by Paul Bruno, Physics (Home Department: Education)
Teaching Effectiveness Award Essay, 2009
Physics 10 is commonly known as “Physics for Future Presidents,” and Prof. Muller’s position is that future presidents need to know quite a lot of physics. It is therefore an ambitious class that covers an enormous range of topics. As I got to know my students, however, it became clear to me that while many of them were attracted by the scope of the class, they often were not confident in themselves as science learners. Many of them, it turned out, had had unpleasant experiences with previous science classes and had concluded — understandably, but incorrectly — that science was not “their thing.” Already largely convinced that they could not succeed, my students would often be quick to feel overwhelmed by the amount of content they were being presented with. I was sure, however, that even my least confident students were learning more physics than they were giving themselves credit for. If I could help them recognize what they had learned, and to see how that acquired knowledge empowered them to understand even more course material, I could develop both their understanding of physics and their positive self-efficacy as science learners.
I began adopting strategies in section to encourage students to think of themselves as knowledgeable and resourceful. To this end, one of the activities I implemented was a “jigsaw,” in which students would arrange first into “expert groups” to become expert in some well-defined portion of class content. They would then rearrange into entirely new “teaching groups,” in which a student from each expert group would proceed to teach her peers on the subject of her newfound expertise. The students therefore got a chance to see themselves as sufficiently knowledgeable to be of academic value to their classmates, and this seemed to boost their confidence in themselves as science learners. Another activity I’ve found to be especially successful in this regard is “concept mapping,” wherein students take a set of terms and concepts that I provide and “map” their understanding of the relationships between those terms on the room’s chalkboards in pairs or small groups. In doing so they make their thinking visible, and by making their thinking visible they can often surprise themselves with what they know. The end products are proof-positive that the students do, in fact, already have a rich understanding of much of the material, and they additionally provide an easy means of analyzing those understandings to strengthen connections among ideas, modify existing connections, and identify misconceptions. In this way the students can come to see what they already understand and how that understanding can be a resource for them.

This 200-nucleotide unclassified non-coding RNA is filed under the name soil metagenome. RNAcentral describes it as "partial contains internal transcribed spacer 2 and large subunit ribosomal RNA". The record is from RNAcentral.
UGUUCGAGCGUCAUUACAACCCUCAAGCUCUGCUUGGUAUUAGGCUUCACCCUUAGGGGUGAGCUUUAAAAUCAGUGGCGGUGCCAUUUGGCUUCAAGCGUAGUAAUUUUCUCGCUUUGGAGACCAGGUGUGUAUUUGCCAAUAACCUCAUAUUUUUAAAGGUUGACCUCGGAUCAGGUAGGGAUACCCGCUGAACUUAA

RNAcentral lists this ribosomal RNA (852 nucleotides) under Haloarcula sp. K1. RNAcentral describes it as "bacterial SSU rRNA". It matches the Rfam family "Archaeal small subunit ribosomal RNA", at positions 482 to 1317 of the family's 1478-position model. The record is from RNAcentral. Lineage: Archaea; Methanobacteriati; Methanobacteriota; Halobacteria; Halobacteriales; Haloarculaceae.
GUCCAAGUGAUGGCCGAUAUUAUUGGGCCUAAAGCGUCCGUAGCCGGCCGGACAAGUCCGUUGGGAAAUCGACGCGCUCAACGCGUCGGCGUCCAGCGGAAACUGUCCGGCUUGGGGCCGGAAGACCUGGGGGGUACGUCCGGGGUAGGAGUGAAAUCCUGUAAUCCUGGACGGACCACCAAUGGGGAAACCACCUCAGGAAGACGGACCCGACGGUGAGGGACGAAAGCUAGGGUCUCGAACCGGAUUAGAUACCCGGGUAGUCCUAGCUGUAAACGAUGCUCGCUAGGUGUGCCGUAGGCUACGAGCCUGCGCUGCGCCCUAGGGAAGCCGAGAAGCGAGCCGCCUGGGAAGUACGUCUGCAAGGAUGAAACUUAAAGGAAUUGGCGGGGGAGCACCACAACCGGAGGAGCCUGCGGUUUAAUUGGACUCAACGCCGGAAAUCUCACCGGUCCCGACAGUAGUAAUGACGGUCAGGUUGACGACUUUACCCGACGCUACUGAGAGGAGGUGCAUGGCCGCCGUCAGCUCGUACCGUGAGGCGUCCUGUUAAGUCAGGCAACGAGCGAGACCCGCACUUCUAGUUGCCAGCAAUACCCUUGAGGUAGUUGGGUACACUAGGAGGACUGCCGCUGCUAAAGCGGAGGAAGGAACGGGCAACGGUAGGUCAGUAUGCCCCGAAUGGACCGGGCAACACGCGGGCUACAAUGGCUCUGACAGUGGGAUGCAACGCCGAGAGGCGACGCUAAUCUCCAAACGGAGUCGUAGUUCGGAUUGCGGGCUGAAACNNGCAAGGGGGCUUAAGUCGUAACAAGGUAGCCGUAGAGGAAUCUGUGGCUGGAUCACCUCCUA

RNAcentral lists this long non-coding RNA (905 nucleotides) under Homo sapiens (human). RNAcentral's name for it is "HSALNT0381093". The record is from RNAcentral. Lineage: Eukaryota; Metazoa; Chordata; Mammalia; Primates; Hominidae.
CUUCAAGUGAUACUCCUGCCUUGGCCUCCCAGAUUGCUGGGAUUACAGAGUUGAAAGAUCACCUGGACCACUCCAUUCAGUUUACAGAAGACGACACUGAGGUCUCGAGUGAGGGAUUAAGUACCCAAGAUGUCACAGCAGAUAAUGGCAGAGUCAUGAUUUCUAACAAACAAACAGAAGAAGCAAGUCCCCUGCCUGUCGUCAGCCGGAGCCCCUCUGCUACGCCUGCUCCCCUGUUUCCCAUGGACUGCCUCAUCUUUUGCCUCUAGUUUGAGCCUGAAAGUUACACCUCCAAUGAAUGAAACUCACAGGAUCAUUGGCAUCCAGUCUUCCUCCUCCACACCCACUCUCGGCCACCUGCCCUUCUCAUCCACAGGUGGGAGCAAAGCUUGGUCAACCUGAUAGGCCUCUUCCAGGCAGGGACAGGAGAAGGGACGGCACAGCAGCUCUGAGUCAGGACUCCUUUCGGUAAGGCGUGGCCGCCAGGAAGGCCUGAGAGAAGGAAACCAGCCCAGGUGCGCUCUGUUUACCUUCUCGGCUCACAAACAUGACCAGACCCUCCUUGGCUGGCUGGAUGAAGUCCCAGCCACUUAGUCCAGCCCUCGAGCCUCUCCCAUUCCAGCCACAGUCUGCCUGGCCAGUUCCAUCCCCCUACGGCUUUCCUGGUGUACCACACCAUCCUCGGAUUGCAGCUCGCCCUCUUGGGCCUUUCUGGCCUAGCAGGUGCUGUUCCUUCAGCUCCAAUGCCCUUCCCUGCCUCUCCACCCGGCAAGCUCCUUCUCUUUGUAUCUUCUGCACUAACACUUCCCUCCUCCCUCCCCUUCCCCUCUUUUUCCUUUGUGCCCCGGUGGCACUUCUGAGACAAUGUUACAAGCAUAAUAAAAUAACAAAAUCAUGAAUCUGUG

The effect of these strategies on mid-semester surveys and official, end-of-semester evaluations from students has been striking. In the early stages of my time as a GSI, feedback about my sections was, frankly, tepid, with students often expressing that I and my sections were “fine” or “pretty good.” Now that I’ve implemented more of these strategies, students regularly describe the aforementioned activities as indispensable, express that they feel section really contributes to their understanding of course material, and describe our sections as among the most fun to attend of all of their classes. Their greater confidence and understanding is obvious to me as we interact on a weekly basis and as they challenge themselves, each other, and me with impressive, powerful questions about subtle physics concepts. Also notable is this: while in early semesters my section attendance rates often quietly dropped off to about 50% as the semester progressed, my rates now frequently top 65-70%, and absent students routinely request worksheets, guided notes, or other activities they may have missed. My students seem to appreciate the changes I’ve made, and I believe I’m helping them become stronger science learners.